Climate and workforce health: Start building resiliency now 

Climate and workforce health: Start building resiliency now
April 22, 2024

It seems hard to believe, but we didn’t start blogging about the impact of climate on health until 2021. I live in Florida and have had to evacuate my home several times as hurricanes approached, and many friends in the Houston area suffered severe losses from hurricane Harvey in 2017, but to be honest it has only been over the past few years that the link between extreme climate and health really registered. This past summer drove home the message for a lot of us, when millions of people in the Midwest and East were forced indoors by dangerously polluted air from wildfires in Canada, cities in Texas set records for the most consecutive days over 100 degrees, and fire devastated a community on Maui.

The days of thinking that climate events happen somewhere else, to someone else, are over. In early results from our soon-to-be-released survey on health benefits strategies for 2025, nearly two-thirds of the almost 700 employers responding said their workers have been affected by extreme climate events (or natural disasters) in the past two years. The good news is that around half (53%) have policies or programs in place in preparation for extreme climate events or have plans to implement some in 2025. But that also means nearly half are not doing anything to plan for climate events and support the resiliency of their most important asset – their employees.

Changing climate conditions call for a change in mindset. Take heat, for example. While heat stroke is not a new diagnosis, the geographic reach of hotter temperatures is slowly spreading. As it moves further north to locations that are not prepared protect workers from higher temperatures, we are seeing a gradual rise in heat-related health conditions and even death.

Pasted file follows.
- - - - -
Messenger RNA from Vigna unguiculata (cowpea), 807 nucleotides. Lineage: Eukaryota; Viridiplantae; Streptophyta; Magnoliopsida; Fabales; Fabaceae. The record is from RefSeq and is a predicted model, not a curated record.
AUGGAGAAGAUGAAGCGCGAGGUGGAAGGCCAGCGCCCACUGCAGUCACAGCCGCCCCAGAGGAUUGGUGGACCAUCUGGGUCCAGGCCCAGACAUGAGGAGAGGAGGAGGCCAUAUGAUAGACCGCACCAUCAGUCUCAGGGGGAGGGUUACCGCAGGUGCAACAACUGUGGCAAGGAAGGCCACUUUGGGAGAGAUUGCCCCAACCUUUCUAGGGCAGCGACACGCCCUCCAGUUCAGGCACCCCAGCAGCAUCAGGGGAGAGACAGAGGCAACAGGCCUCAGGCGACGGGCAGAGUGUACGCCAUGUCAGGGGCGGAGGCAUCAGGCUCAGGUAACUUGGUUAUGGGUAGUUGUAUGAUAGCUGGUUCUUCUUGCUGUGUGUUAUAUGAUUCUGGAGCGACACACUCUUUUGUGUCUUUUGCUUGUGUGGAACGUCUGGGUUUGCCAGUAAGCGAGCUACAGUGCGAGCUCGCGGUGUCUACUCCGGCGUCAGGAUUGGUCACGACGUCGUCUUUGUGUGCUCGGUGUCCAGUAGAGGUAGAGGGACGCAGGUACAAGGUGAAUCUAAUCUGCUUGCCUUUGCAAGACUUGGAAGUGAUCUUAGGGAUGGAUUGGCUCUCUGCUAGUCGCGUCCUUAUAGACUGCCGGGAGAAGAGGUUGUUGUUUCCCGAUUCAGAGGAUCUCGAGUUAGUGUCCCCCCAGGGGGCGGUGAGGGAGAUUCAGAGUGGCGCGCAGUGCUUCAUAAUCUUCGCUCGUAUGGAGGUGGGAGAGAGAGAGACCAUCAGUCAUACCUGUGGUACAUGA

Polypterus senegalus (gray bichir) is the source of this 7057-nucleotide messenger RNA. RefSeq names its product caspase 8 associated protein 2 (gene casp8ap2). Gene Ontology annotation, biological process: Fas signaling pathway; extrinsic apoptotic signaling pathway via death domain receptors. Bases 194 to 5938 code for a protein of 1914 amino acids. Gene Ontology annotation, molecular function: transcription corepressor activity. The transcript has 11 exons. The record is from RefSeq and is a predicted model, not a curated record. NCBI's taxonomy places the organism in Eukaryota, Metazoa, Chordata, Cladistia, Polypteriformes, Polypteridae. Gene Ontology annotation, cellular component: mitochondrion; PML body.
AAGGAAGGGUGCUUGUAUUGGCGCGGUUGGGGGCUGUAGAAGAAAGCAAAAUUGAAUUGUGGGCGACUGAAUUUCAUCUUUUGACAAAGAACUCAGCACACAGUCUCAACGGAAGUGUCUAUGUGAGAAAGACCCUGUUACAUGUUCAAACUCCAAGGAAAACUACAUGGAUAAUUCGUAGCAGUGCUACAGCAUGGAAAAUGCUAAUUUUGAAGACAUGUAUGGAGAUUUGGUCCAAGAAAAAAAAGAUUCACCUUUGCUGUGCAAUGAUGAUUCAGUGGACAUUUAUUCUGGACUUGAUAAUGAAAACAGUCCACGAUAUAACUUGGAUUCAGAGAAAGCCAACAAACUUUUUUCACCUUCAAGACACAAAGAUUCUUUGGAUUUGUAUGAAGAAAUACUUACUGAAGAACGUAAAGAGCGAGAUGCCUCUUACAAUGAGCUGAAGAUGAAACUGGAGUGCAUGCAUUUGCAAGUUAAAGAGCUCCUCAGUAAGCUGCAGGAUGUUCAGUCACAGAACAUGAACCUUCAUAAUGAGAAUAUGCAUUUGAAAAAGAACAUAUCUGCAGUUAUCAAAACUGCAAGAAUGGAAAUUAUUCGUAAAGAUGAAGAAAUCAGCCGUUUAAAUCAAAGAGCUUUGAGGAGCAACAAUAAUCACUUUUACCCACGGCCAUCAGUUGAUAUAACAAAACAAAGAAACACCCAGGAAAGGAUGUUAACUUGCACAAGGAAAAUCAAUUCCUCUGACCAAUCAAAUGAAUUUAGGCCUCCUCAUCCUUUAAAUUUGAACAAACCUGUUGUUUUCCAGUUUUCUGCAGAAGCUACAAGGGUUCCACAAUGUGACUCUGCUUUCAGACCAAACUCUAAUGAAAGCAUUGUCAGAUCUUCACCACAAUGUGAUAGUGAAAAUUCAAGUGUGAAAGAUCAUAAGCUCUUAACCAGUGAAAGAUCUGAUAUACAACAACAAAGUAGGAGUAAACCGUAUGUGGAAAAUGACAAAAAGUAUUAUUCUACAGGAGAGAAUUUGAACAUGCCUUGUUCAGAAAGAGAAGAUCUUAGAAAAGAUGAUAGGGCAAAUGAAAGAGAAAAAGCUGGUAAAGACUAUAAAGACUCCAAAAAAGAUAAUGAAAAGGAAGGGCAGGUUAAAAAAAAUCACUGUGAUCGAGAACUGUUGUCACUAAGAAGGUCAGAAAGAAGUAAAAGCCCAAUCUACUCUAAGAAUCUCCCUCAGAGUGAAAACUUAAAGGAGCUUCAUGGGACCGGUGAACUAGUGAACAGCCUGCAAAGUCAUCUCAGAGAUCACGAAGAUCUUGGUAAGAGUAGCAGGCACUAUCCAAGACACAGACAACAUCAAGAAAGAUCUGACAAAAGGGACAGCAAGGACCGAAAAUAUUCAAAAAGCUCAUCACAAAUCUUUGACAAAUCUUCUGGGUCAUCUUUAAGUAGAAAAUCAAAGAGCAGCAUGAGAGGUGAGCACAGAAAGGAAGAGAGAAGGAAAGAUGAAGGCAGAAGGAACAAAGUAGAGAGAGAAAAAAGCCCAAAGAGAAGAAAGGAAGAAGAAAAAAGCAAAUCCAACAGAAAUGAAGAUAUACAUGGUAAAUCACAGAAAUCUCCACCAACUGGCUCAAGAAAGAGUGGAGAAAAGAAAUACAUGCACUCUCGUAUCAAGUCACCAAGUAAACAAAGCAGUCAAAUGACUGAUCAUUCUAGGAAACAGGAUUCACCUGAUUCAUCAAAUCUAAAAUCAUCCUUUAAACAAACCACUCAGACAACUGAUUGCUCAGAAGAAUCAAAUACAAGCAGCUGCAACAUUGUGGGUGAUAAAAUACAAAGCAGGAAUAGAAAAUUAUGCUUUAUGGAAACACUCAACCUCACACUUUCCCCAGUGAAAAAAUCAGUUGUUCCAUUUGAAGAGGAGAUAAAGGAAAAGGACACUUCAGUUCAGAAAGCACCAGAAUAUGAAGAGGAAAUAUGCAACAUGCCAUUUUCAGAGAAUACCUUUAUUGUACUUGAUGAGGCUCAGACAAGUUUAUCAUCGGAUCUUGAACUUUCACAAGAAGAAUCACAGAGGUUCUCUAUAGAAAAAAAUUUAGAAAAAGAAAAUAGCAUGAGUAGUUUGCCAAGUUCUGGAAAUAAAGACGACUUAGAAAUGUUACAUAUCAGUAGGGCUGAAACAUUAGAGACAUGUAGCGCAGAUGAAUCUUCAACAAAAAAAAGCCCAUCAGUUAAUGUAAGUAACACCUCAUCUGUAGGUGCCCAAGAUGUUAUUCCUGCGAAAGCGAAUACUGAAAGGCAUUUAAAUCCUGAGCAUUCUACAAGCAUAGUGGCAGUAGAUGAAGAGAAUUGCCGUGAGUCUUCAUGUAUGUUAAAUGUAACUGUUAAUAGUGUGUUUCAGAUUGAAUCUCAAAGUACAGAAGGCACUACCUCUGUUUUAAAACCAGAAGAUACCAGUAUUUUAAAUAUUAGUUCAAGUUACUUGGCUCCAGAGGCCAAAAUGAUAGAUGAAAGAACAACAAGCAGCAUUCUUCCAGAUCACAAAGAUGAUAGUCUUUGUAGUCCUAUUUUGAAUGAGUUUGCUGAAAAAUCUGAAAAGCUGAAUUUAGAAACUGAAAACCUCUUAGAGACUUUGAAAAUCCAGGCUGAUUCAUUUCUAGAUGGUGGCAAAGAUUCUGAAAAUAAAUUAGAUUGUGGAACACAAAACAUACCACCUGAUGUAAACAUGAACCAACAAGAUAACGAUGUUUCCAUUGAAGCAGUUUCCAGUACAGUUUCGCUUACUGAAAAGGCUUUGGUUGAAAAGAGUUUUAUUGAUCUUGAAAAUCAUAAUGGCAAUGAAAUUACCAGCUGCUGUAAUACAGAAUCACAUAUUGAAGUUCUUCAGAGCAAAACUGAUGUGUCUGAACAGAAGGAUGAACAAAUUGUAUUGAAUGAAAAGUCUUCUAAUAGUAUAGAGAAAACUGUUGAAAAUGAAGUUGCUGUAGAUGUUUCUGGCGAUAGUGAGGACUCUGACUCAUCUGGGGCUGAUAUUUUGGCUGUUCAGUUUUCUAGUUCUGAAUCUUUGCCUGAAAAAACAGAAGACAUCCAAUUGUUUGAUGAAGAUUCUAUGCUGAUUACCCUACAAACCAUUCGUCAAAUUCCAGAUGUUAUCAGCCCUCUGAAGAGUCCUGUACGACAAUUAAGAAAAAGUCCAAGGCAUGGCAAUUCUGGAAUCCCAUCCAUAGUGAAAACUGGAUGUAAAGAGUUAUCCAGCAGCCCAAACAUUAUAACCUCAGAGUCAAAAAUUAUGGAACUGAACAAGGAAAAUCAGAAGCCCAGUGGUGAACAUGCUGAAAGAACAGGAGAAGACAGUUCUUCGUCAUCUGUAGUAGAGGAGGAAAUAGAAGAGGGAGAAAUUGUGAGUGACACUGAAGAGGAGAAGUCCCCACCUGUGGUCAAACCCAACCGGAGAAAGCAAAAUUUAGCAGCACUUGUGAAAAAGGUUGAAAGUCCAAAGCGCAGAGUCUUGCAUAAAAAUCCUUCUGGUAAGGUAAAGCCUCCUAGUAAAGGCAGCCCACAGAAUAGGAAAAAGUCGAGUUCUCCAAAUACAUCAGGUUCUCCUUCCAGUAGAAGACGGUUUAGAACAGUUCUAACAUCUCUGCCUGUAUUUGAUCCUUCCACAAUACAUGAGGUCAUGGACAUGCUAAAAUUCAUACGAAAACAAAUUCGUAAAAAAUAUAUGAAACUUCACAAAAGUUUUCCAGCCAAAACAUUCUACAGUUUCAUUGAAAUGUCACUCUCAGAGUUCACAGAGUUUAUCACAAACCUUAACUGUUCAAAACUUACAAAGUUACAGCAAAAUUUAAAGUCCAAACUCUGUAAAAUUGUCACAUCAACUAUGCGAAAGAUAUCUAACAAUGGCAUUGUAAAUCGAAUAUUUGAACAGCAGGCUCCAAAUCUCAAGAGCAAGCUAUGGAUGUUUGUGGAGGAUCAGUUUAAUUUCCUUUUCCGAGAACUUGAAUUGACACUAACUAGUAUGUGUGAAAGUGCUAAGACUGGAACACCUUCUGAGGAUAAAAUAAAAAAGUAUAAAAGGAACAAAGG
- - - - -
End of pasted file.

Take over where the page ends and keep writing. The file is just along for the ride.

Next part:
Extreme climate affects mental health as well as physical health. You’ve probably seen the term eco-anxiety or climate anxiety by now. Although the definition of eco-anxiety varies depending on the source, the important factors behind it are the uncertainty, unpredictability, and uncontrollability of extreme climate. Young people seem to be the most impacted by eco-anxiety, which has been likened to anxiety over nuclear threats felt by baby boomers during the Cold War.

The impact of climate on health is building with each passing year. That is why Mercer has been working with the Health Action Alliance with guidance from the CDC Foundation to stand up the National Commission on Extreme Climate and Workforce Health. We are pleased to announce the release of the Commission’s first piece of research – Climate and Health: The Increasing Risks to Our People-Powered Economy.

Bottom line, businesses need to prepare for the impact of extreme climate because, make no mistake, your workers will be impacted. That preparation includes planning for climate disasters like floods and fires and working to address the less dramatic but very real ways that extreme climate can compromise the health and resiliency of your workforce over time. We are here to help guide you on that journey.

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